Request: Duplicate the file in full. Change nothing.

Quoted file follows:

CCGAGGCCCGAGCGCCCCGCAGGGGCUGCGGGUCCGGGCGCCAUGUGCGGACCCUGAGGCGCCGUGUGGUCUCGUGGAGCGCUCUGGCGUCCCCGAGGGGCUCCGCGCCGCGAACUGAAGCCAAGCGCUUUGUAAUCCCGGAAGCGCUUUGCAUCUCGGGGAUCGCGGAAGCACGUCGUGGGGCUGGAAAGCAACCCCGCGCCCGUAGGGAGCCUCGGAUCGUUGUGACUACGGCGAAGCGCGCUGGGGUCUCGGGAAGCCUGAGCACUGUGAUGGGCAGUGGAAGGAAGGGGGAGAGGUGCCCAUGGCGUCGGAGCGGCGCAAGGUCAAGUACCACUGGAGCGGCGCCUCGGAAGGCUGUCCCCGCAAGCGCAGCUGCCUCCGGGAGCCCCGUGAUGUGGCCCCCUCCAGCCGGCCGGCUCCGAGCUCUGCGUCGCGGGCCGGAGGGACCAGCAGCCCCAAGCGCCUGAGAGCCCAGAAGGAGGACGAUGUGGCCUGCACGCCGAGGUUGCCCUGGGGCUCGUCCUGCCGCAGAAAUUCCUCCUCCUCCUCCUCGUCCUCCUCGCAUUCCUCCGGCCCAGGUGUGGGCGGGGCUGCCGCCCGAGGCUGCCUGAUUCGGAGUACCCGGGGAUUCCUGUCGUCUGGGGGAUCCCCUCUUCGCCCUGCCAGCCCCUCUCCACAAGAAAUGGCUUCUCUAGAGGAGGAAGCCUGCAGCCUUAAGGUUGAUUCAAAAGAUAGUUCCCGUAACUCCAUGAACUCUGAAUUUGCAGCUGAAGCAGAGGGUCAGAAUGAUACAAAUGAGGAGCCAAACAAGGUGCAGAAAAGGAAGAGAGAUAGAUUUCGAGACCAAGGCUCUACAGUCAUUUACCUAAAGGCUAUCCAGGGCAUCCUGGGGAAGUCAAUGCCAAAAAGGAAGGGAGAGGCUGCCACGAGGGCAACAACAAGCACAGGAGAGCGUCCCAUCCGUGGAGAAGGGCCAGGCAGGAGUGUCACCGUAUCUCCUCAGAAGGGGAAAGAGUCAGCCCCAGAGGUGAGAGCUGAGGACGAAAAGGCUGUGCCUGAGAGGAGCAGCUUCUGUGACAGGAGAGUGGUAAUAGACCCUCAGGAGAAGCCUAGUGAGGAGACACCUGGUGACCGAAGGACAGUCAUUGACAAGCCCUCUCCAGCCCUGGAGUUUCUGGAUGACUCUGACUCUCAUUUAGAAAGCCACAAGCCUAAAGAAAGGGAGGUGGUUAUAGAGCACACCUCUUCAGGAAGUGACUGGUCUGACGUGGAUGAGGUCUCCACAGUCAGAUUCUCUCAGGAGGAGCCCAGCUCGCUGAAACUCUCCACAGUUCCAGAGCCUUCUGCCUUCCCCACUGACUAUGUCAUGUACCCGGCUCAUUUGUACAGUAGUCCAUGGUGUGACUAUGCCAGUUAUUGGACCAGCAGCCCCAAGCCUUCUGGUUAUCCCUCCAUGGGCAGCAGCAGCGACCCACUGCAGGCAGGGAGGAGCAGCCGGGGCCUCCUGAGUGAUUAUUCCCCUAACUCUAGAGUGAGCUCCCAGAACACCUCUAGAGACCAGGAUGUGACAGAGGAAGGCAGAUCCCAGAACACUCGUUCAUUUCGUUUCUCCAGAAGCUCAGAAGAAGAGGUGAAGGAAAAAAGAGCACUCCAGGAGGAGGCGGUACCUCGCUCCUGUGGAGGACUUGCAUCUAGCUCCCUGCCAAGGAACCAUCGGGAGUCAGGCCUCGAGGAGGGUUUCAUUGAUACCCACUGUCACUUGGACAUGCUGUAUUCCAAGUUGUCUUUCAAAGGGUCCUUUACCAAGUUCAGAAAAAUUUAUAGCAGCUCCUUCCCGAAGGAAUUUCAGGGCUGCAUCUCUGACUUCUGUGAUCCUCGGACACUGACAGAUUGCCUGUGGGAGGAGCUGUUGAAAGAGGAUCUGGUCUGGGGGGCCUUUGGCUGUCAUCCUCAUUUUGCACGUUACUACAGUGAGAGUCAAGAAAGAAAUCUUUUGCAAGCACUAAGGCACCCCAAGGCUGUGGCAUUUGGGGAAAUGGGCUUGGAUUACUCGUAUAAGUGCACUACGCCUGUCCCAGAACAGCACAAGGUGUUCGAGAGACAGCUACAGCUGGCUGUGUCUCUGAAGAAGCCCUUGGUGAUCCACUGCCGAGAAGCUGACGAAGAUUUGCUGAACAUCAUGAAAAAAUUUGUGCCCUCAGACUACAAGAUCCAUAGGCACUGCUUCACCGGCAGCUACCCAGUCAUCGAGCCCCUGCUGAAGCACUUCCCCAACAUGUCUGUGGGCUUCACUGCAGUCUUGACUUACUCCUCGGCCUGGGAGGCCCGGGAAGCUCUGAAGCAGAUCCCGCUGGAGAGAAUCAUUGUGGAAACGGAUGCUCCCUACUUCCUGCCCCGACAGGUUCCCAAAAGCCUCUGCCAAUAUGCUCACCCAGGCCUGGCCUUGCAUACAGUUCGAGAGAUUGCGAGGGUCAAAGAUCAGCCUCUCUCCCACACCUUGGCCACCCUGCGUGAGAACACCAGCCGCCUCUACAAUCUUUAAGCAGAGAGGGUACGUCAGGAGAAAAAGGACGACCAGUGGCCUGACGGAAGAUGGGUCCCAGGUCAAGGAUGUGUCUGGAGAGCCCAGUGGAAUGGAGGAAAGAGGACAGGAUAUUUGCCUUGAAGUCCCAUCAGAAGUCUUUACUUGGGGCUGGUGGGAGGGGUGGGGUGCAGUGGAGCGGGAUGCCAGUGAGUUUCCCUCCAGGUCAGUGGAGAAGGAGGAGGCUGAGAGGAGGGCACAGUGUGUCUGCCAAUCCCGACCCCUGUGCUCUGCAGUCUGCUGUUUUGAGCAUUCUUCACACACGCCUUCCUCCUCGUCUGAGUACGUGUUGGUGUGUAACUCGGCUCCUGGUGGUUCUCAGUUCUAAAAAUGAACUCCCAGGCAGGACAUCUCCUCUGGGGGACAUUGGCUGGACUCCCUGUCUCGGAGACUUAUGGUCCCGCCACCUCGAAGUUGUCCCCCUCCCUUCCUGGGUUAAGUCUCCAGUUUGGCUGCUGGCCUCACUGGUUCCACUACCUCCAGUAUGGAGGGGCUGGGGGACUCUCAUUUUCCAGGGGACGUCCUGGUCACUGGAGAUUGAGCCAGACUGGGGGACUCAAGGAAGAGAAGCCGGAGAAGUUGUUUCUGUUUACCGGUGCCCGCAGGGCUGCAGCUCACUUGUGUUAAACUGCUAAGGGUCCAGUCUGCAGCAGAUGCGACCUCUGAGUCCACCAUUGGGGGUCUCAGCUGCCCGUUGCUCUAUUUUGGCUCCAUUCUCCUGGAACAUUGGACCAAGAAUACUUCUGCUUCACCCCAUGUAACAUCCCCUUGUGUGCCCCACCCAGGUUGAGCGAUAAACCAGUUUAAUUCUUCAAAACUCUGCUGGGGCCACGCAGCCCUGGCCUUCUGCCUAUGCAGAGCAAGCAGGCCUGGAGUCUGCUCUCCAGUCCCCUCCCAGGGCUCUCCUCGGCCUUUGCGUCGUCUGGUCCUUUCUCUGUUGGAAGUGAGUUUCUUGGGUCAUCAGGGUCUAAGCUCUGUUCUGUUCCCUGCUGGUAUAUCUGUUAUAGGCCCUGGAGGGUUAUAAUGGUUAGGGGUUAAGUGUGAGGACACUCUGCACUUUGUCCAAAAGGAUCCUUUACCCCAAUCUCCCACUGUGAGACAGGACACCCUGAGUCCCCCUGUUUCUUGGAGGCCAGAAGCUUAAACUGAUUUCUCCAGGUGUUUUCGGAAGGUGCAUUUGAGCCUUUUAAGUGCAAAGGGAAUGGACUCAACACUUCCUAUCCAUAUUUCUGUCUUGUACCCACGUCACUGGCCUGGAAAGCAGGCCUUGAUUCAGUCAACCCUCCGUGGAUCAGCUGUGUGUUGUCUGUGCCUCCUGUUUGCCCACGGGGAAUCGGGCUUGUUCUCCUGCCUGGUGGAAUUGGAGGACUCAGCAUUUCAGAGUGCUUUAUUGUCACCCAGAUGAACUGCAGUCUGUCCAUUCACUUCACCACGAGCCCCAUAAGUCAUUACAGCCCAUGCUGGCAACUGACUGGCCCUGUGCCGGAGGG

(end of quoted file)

CCGAGGCCCGAGCGCCCCGCAGGGGCUGCGGGUCCGGGCGCCAUGUGCGGACCCUGAGGCGCCGUGUGGUCUCGUGGAGCGCUCUGGCGUCCCCGAGGGGCUCCGCGCCGCGAACUGAAGCCAAGCGCUUUGUAAUCCCGGAAGCGCUUUGCAUCUCGGGGAUCGCGGAAGCACGUCGUGGGGCUGGAAAGCAACCCCGCGCCCGUAGGGAGCCUCGGAUCGUUGUGACUACGGCGAAGCGCGCUGGGGUCUCGGGAAGCCUGAGCACUGUGAUGGGCAGUGGAAGGAAGGGGGAGAGGUGCCCAUGGCGUCGGAGCGGCGCAAGGUCAAGUACCACUGGAGCGGCGCCUCGGAAGGCUGUCCCCGCAAGCGCAGCUGCCUCCGGGAGCCCCGUGAUGUGGCCCCCUCCAGCCGGCCGGCUCCGAGCUCUGCGUCGCGGGCCGGAGGGACCAGCAGCCCCAAGCGCCUGAGAGCCCAGAAGGAGGACGAUGUGGCCUGCACGCCGAGGUUGCCCUGGGGCUCGUCCUGCCGCAGAAAUUCCUCCUCCUCCUCCUCGUCCUCCUCGCAUUCCUCCGGCCCAGGUGUGGGCGGGGCUGCCGCCCGAGGCUGCCUGAUUCGGAGUACCCGGGGAUUCCUGUCGUCUGGGGGAUCCCCUCUUCGCCCUGCCAGCCCCUCUCCACAAGAAAUGGCUUCUCUAGAGGAGGAAGCCUGCAGCCUUAAGGUUGAUUCAAAAGAUAGUUCCCGUAACUCCAUGAACUCUGAAUUUGCAGCUGAAGCAGAGGGUCAGAAUGAUACAAAUGAGGAGCCAAACAAGGUGCAGAAAAGGAAGAGAGAUAGAUUUCGAGACCAAGGCUCUACAGUCAUUUACCUAAAGGCUAUCCAGGGCAUCCUGGGGAAGUCAAUGCCAAAAAGGAAGGGAGAGGCUGCCACGAGGGCAACAACAAGCACAGGAGAGCGUCCCAUCCGUGGAGAAGGGCCAGGCAGGAGUGUCACCGUAUCUCCUCAGAAGGGGAAAGAGUCAGCCCCAGAGGUGAGAGCUGAGGACGAAAAGGCUGUGCCUGAGAGGAGCAGCUUCUGUGACAGGAGAGUGGUAAUAGACCCUCAGGAGAAGCCUAGUGAGGAGACACCUGGUGACCGAAGGACAGUCAUUGACAAGCCCUCUCCAGCCCUGGAGUUUCUGGAUGACUCUGACUCUCAUUUAGAAAGCCACAAGCCUAAAGAAAGGGAGGUGGUUAUAGAGCACACCUCUUCAGGAAGUGACUGGUCUGACGUGGAUGAGGUCUCCACAGUCAGAUUCUCUCAGGAGGAGCCCAGCUCGCUGAAACUCUCCACAGUUCCAGAGCCUUCUGCCUUCCCCACUGACUAUGUCAUGUACCCGGCUCAUUUGUACAGUAGUCCAUGGUGUGACUAUGCCAGUUAUUGGACCAGCAGCCCCAAGCCUUCUGGUUAUCCCUCCAUGGGCAGCAGCAGCGACCCACUGCAGGCAGGGAGGAGCAGCCGGGGCCUCCUGAGUGAUUAUUCCCCUAACUCUAGAGUGAGCUCCCAGAACACCUCUAGAGACCAGGAUGUGACAGAGGAAGGCAGAUCCCAGAACACUCGUUCAUUUCGUUUCUCCAGAAGCUCAGAAGAAGAGGUGAAGGAAAAAAGAGCACUCCAGGAGGAGGCGGUACCUCGCUCCUGUGGAGGACUUGCAUCUAGCUCCCUGCCAAGGAACCAUCGGGAGUCAGGCCUCGAGGAGGGUUUCAUUGAUACCCACUGUCACUUGGACAUGCUGUAUUCCAAGUUGUCUUUCAAAGGGUCCUUUACCAAGUUCAGAAAAAUUUAUAGCAGCUCCUUCCCGAAGGAAUUUCAGGGCUGCAUCUCUGACUUCUGUGAUCCUCGGACACUGACAGAUUGCCUGUGGGAGGAGCUGUUGAAAGAGGAUCUGGUCUGGGGGGCCUUUGGCUGUCAUCCUCAUUUUGCACGUUACUACAGUGAGAGUCAAGAAAGAAAUCUUUUGCAAGCACUAAGGCACCCCAAGGCUGUGGCAUUUGGGGAAAUGGGCUUGGAUUACUCGUAUAAGUGCACUACGCCUGUCCCAGAACAGCACAAGGUGUUCGAGAGACAGCUACAGCUGGCUGUGUCUCUGAAGAAGCCCUUGGUGAUCCACUGCCGAGAAGCUGACGAAGAUUUGCUGAACAUCAUGAAAAAAUUUGUGCCCUCAGACUACAAGAUCCAUAGGCACUGCUUCACCGGCAGCUACCCAGUCAUCGAGCCCCUGCUGAAGCACUUCCCCAACAUGUCUGUGGGCUUCACUGCAGUCUUGACUUACUCCUCGGCCUGGGAGGCCCGGGAAGCUCUGAAGCAGAUCCCGCUGGAGAGAAUCAUUGUGGAAACGGAUGCUCCCUACUUCCUGCCCCGACAGGUUCCCAAAAGCCUCUGCCAAUAUGCUCACCCAGGCCUGGCCUUGCAUACAGUUCGAGAGAUUGCGAGGGUCAAAGAUCAGCCUCUCUCCCACACCUUGGCCACCCUGCGUGAGAACACCAGCCGCCUCUACAAUCUUUAAGCAGAGAGGGUACGUCAGGAGAAAAAGGACGACCAGUGGCCUGACGGAAGAUGGGUCCCAGGUCAAGGAUGUGUCUGGAGAGCCCAGUGGAAUGGAGGAAAGAGGACAGGAUAUUUGCCUUGAAGUCCCAUCAGAAGUCUUUACUUGGGGCUGGUGGGAGGGGUGGGGUGCAGUGGAGCGGGAUGCCAGUGAGUUUCCCUCCAGGUCAGUGGAGAAGGAGGAGGCUGAGAGGAGGGCACAGUGUGUCUGCCAAUCCCGACCCCUGUGCUCUGCAGUCUGCUGUUUUGAGCAUUCUUCACACACGCCUUCCUCCUCGUCUGAGUACGUGUUGGUGUGUAACUCGGCUCCUGGUGGUUCUCAGUUCUAAAAAUGAACUCCCAGGCAGGACAUCUCCUCUGGGGGACAUUGGCUGGACUCCCUGUCUCGGAGACUUAUGGUCCCGCCACCUCGAAGUUGUCCCCCUCCCUUCCUGGGUUAAGUCUCCAGUUUGGCUGCUGGCCUCACUGGUUCCACUACCUCCAGUAUGGAGGGGCUGGGGGACUCUCAUUUUCCAGGGGACGUCCUGGUCACUGGAGAUUGAGCCAGACUGGGGGACUCAAGGAAGAGAAGCCGGAGAAGUUGUUUCUGUUUACCGGUGCCCGCAGGGCUGCAGCUCACUUGUGUUAAACUGCUAAGGGUCCAGUCUGCAGCAGAUGCGACCUCUGAGUCCACCAUUGGGGGUCUCAGCUGCCCGUUGCUCUAUUUUGGCUCCAUUCUCCUGGAACAUUGGACCAAGAAUACUUCUGCUUCACCCCAUGUAACAUCCCCUUGUGUGCCCCACCCAGGUUGAGCGAUAAACCAGUUUAAUUCUUCAAAACUCUGCUGGGGCCACGCAGCCCUGGCCUUCUGCCUAUGCAGAGCAAGCAGGCCUGGAGUCUGCUCUCCAGUCCCCUCCCAGGGCUCUCCUCGGCCUUUGCGUCGUCUGGUCCUUUCUCUGUUGGAAGUGAGUUUCUUGGGUCAUCAGGGUCUAAGCUCUGUUCUGUUCCCUGCUGGUAUAUCUGUUAUAGGCCCUGGAGGGUUAUAAUGGUUAGGGGUUAAGUGUGAGGACACUCUGCACUUUGUCCAAAAGGAUCCUUUACCCCAAUCUCCCACUGUGAGACAGGACACCCUGAGUCCCCCUGUUUCUUGGAGGCCAGAAGCUUAAACUGAUUUCUCCAGGUGUUUUCGGAAGGUGCAUUUGAGCCUUUUAAGUGCAAAGGGAAUGGACUCAACACUUCCUAUCCAUAUUUCUGUCUUGUACCCACGUCACUGGCCUGGAAAGCAGGCCUUGAUUCAGUCAACCCUCCGUGGAUCAGCUGUGUGUUGUCUGUGCCUCCUGUUUGCCCACGGGGAAUCGGGCUUGUUCUCCUGCCUGGUGGAAUUGGAGGACUCAGCAUUUCAGAGUGCUUUAUUGUCACCCAGAUGAACUGCAGUCUGUCCAUUCACUUCACCACGAGCCCCAUAAGUCAUUACAGCCCAUGCUGGCAACUGACUGGCCCUGUGCCGGAGGG